MARCH 6, 1940
WASHINGTON, Tuesday—Because I had to take a train at Raleigh, N. C., I arrived at the White House yesterday morning almost at the same time as did my guests, the Reverend and Mrs. Endicott Peabody, and Mrs. Louis Howe. I found my mother-in-law, and Mr. and Mrs. Frank Wilson from Hyde Park already there. We had a pleasant breakfast in the West Hall and at 9:30 I started on a busy day.
First I held a press conference to which I had invited Mrs. William Kittle, Chairman of the District of Columbia Minimum Wage Board. She represents the public on the District of Columbia board of three—one member represents the employees, one, the employers, and the third one, the public. She gave a very clear description of how the minimum wage law has affected women in the District of Columbia, and answered two questions which have always bothered me.
One is, does a minimum wage law throw a great many women out of work? Here in the District, in such occupations as are fairly well organized, the employment of women has increased since the law passed, but in a few of the badly organized occupations such as laundry, cafeteria and hotel workers, there has been a very slight decrease in employment. The other question which is often asked, is whether the minimum wage becomes the maximum wage and means that few people ever get better pay. Mrs. Kittle was able to show from studies made here that women who had formerly been receiving more than the minimum wage still receive higher pay, and a far greater percentage than ever before are receiving the amount set as the minimum wage, whereas formerly they had been receiving less than the present minimum wage.
It looks to me, therefore, as though this was working out very well in the District and should work equally well in other localities.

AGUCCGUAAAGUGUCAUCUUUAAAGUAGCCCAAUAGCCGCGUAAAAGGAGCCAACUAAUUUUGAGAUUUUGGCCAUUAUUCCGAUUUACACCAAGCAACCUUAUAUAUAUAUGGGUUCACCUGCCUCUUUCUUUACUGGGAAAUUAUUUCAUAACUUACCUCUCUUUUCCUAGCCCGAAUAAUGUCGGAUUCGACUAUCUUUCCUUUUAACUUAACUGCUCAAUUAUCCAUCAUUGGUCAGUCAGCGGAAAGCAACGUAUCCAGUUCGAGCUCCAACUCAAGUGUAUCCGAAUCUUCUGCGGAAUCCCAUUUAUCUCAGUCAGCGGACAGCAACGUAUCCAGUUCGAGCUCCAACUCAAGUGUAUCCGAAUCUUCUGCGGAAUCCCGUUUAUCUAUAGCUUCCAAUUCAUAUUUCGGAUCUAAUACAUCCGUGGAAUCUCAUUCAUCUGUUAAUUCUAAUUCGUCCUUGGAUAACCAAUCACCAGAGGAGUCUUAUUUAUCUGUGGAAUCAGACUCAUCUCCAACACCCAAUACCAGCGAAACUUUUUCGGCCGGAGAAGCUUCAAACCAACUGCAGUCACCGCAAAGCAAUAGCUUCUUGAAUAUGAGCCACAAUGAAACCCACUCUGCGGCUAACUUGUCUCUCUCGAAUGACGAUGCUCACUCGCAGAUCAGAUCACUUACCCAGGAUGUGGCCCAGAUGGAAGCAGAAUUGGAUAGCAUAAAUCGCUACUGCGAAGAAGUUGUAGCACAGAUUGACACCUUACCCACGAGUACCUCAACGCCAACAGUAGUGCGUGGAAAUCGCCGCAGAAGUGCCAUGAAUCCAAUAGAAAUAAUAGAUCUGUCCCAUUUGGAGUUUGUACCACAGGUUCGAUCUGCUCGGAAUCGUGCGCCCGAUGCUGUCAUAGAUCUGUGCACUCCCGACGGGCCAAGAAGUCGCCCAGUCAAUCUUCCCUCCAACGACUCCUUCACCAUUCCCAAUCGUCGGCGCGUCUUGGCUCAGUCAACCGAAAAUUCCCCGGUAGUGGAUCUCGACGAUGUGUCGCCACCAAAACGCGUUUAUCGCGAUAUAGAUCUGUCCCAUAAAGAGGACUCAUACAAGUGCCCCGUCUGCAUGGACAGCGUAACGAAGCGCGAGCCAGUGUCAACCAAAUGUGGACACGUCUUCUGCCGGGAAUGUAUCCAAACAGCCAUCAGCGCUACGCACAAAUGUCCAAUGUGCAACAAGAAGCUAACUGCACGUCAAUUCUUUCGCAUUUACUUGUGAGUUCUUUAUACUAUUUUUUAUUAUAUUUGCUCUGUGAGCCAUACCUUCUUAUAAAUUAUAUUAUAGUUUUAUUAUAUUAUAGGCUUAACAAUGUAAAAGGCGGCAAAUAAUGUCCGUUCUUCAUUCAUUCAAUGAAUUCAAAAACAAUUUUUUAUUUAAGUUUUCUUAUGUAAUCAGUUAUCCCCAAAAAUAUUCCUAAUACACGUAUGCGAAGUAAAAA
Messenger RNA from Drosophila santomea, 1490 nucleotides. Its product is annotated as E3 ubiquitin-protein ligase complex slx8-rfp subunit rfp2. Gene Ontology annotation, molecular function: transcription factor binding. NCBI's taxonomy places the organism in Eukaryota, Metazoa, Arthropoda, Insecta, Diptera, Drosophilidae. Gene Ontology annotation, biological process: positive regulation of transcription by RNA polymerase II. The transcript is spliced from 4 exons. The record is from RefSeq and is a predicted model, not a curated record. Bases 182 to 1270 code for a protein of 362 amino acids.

We all went at 10:30 to St. John's Church across Lafayette Square for the service which my husband always liked to have on the anniversary of his first inauguration day. One prayer which was read made a deep impression on me. I did not happen to know this prayer before, and I think it is one which many of us would be glad to say many times, so I am giving it to you here in full:
"Our Father, who hast set a restlessness in our hearts, and made us all seekers after that which we can never fully find; forbid us to be satisfied with what we make of life. Draw us from base content, and set our eyes on far-off goals. Keep us at tasks too hard for us, that we may be driven to Thee for strength. Deliver us from fretfulness and self-pity; make us sure of the goal we cannot see, and of the hidden good in the world. Open our eyes to simple beauty all around us, and our hearts to the loveliness men hide from us because we do not try enough to understand them. Save us from ourselves, and show us a vision of a world made new. May Thy spirit of peace and illumination so enlighten our minds that all life shall glow with new meaning and new purpose; through Jesus Christ Our Lord."
(COPYRIGHT, 1940, BY UNITED FEATURE SYNDICATE, INC.)
Names Mentioned or Referenced
- Washington (D.C., United States)
About this document
My Day by Eleanor Roosevelt, March 6, 1940
Digital edition created by The Eleanor Roosevelt Papers Project The George Washington University Old Main Building, Suite 406 1951 F Street, NW Washington, DC 20052
- Brick, Christopher (Editor)
- Regenhardt, Christy (Associate Editor)
- Black, Allida M. (Editor)
- Binker, Mary Jo (Associate Editor)
- Alhambra, Christopher C. (Electronic Text Editor)
Digital edition published 2008, 2017 by
The Eleanor Roosevelt Papers Project
Available under licence from the Estate of Anna Eleanor Roosevelt.
Published with permission from the Estate of Anna Eleanor Roosevelt.
MEP edition publlished on 2008-06-30
TEI-P5 edition published on 2017-04-28
Transcription created from a photocopy of a UFS wire copy of a My Day column instance
archived at the Franklin D. Roosevelt Library.
TMs, AERP, FDRL